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After a short period of complete uncertainty in March and April 2020, a handful of landlords and tenants smartly negotiated modifications of their existing leases to establish new lease terms for the remainder of the calendar year and in some cases well beyond. Such lease modifications in the past six months have included the following:
It is no secret that many retailers have been unable to pay their full rental obligations (and some in no position to pay any rent). While some landlords and tenants have been able to reach agreement on one or more of the modifications described above, in many cases no resolution is reached. As a result, the court systems across the United States are filling up with rent payment disputes between landlords and tenants. The decisions in these cases have shaped how landlords and tenants negotiate rent modification agreements.
Most courts have so far found in favor of landlords which has led to some landlords being less incentivized to strike a deal with their struggling tenants. However, a recent February decision in the Massachusetts Superior Court found a judge bucking this trend by ruling in favor of a tenant operating as a café, sending a jolt through the commercial landlord-tenant community. In UMNV 205-207 Newbury, LLC v. Caffé Nero Americas Inc., the trial court excused the tenant café’s obligation to pay rent during the period of Governor Charlie Baker’s shutdown order, with the judge basing his decision on the application of an old legal doctrine known as “frustration of purpose”. Under this doctrine, when a party’s primary purpose under a contract is materially frustrated (through no fault of their own) by the occurrence of an unforeseeable event, then the party’s obligations under the contract are discharged. While this case is only a lower court decision that could be overturned on appeal, it has served as a wake-up call for the Massachusetts real estate community. Other cases could be decided in a similar fashion as more landlord-tenant disputes work their way through the court system. Litigation will surely continue well after the pandemic is over and can change how parties approach lease modification discussions.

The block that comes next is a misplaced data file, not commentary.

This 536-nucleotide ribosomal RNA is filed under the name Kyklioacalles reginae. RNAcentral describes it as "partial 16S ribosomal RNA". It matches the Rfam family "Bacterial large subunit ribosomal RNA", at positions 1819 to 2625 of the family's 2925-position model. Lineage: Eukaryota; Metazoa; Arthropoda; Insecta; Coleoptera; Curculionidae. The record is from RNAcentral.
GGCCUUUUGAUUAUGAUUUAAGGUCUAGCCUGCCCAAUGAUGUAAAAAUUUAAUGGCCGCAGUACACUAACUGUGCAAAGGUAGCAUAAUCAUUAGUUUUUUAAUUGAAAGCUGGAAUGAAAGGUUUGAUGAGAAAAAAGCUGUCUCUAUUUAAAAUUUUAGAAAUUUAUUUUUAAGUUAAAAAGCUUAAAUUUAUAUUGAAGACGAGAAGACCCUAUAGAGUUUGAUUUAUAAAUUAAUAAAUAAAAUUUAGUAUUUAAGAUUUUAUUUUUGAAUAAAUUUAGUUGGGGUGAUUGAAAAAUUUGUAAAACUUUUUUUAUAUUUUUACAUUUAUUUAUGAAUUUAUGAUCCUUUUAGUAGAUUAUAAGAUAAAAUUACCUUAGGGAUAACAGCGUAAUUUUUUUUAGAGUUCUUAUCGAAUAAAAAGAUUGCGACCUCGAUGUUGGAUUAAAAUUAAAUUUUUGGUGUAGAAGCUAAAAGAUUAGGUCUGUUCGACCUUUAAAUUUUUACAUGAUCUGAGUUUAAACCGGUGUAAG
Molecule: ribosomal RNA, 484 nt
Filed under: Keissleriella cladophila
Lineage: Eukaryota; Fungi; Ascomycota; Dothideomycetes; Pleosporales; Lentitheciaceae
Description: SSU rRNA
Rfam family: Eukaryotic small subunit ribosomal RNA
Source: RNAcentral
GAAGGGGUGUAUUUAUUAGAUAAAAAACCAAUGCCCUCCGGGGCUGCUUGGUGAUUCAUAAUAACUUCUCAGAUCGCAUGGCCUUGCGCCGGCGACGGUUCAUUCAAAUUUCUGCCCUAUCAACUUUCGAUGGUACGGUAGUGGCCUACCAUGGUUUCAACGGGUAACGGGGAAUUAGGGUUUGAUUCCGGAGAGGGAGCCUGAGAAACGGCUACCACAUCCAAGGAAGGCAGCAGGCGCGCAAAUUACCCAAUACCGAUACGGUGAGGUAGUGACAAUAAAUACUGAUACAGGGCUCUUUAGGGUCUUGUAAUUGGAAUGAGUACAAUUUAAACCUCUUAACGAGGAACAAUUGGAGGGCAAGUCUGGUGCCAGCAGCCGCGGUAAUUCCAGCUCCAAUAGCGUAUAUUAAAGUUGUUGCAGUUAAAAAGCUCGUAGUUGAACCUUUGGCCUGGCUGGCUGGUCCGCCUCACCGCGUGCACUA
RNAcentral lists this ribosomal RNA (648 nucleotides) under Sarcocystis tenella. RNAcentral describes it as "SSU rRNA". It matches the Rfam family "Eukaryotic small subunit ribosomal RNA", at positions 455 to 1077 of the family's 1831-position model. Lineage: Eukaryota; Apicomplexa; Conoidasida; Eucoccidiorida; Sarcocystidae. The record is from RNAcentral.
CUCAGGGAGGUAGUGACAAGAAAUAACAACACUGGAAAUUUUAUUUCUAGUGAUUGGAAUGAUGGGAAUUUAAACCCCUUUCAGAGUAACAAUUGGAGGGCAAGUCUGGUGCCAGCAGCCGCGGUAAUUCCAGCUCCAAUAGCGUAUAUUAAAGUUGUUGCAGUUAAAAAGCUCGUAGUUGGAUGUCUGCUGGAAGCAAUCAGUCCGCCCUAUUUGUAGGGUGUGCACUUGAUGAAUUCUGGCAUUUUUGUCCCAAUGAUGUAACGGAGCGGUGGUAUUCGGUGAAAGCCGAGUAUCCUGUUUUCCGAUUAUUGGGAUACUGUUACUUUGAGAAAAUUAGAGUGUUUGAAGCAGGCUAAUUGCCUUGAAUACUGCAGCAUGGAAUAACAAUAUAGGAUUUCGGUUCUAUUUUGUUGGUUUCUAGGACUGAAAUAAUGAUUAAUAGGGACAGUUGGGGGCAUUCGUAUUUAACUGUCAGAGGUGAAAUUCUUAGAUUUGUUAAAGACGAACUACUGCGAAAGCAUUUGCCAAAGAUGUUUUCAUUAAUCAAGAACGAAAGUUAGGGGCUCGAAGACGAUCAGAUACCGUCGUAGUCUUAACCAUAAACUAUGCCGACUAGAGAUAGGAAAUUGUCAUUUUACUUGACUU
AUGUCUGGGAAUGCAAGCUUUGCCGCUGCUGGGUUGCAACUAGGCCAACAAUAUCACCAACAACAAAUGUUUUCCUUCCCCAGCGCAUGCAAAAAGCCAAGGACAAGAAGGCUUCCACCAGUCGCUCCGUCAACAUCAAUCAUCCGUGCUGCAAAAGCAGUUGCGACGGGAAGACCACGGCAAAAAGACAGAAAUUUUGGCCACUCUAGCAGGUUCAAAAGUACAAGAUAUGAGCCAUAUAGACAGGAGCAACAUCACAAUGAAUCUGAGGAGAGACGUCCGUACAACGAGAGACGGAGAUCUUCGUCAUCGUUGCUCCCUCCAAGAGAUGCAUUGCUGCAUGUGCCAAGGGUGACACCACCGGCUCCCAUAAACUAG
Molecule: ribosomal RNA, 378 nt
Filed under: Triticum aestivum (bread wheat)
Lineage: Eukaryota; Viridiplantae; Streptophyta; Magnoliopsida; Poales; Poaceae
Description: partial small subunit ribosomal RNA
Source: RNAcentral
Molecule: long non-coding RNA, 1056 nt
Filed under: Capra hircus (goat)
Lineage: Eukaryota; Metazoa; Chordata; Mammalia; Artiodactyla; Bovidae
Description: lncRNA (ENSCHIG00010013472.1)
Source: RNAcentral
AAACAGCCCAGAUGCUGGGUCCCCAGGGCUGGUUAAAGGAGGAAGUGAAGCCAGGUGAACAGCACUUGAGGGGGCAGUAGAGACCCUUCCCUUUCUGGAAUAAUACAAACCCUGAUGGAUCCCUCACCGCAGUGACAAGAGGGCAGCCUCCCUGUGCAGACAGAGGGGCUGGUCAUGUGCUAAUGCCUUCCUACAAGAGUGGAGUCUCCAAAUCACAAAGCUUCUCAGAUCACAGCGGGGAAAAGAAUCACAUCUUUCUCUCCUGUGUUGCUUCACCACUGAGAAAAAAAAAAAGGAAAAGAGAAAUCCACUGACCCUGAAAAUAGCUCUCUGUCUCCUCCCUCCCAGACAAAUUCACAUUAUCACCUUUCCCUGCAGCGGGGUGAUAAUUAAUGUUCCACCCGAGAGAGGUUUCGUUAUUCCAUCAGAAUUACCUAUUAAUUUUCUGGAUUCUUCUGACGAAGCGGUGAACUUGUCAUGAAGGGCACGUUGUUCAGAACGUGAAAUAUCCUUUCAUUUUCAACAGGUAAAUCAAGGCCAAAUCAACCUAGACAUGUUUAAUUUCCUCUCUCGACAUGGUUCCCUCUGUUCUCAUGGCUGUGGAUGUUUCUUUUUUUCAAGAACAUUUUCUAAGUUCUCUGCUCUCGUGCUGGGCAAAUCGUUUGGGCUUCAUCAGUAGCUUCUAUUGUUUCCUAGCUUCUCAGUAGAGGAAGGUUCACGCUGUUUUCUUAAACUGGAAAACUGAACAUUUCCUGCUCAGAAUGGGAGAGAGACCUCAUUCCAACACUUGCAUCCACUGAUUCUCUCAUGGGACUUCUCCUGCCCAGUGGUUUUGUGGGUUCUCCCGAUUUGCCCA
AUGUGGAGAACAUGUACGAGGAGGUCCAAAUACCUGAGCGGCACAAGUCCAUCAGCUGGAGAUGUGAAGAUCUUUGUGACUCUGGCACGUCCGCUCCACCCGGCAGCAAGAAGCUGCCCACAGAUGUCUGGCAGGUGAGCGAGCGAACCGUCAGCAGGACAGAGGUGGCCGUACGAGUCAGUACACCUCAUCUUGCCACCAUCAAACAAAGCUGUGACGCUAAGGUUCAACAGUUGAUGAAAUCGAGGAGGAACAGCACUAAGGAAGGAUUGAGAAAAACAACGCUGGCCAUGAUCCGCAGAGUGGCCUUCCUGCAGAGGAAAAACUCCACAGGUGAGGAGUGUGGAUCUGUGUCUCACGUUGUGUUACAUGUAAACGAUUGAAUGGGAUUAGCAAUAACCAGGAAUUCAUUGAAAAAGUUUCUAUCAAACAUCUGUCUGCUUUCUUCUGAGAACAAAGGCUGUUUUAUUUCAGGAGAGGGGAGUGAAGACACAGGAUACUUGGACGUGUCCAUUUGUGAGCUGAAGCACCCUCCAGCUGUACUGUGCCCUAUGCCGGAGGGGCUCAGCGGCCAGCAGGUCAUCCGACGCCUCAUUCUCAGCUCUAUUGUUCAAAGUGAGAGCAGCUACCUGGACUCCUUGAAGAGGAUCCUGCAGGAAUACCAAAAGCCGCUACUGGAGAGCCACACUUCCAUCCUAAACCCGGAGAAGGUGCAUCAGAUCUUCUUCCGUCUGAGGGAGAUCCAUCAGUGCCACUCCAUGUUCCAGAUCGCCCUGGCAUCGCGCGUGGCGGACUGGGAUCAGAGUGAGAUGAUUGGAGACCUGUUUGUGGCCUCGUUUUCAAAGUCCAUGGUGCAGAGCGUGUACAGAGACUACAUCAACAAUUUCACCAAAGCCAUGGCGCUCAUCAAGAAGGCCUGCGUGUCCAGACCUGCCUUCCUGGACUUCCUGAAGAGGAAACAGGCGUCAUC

The commercial real estate industry in Massachusetts has experienced its fair share of twists and turns courtesy of the COVID-19 pandemic. Even with an end seemingly in sight, there is simply no way to predict when normalcy will return (and it will not be an overnight process). Open dialogue and cooperation is still the best path to negotiating a mutually beneficial solution to get through the pandemic and eventually return to business as usual. It is the one way for landlords and tenants to achieve a little bit of certainty amidst the unpredictability of the pandemic and the legal landscape still coming into focus.
Our guest blogs are written and produced by organizations within our membership. They are not intended to reflect the views nor opinions of the Greater Boston Chamber of Commerce.
Eric is a partner in the Boston office at Seyfarth Shaw. He also serves as co-chair of the national Leasing practice and focuses his work on commercial, retail, and office leasing. Real estate clients faced with aggressive growth goals look to Eric when they need to increase their number of leased or owned sites, retail locations, and office locations. As a certified Six Sigma Green Belt, Eric uses project management, process improvement, and technology in all aspects of his legal practice. He works collaboratively with clients to develop a programmatic and innovative approach to their real estate portfolios. His collaborative client relationships have been recognized with accolades and awards from the Association of Corporate Counsel (Value Co-Champion Award), The American Lawyer (Best Client/Law Firm Team Award) and The Financial Times (Innovation in Collaboration Honor).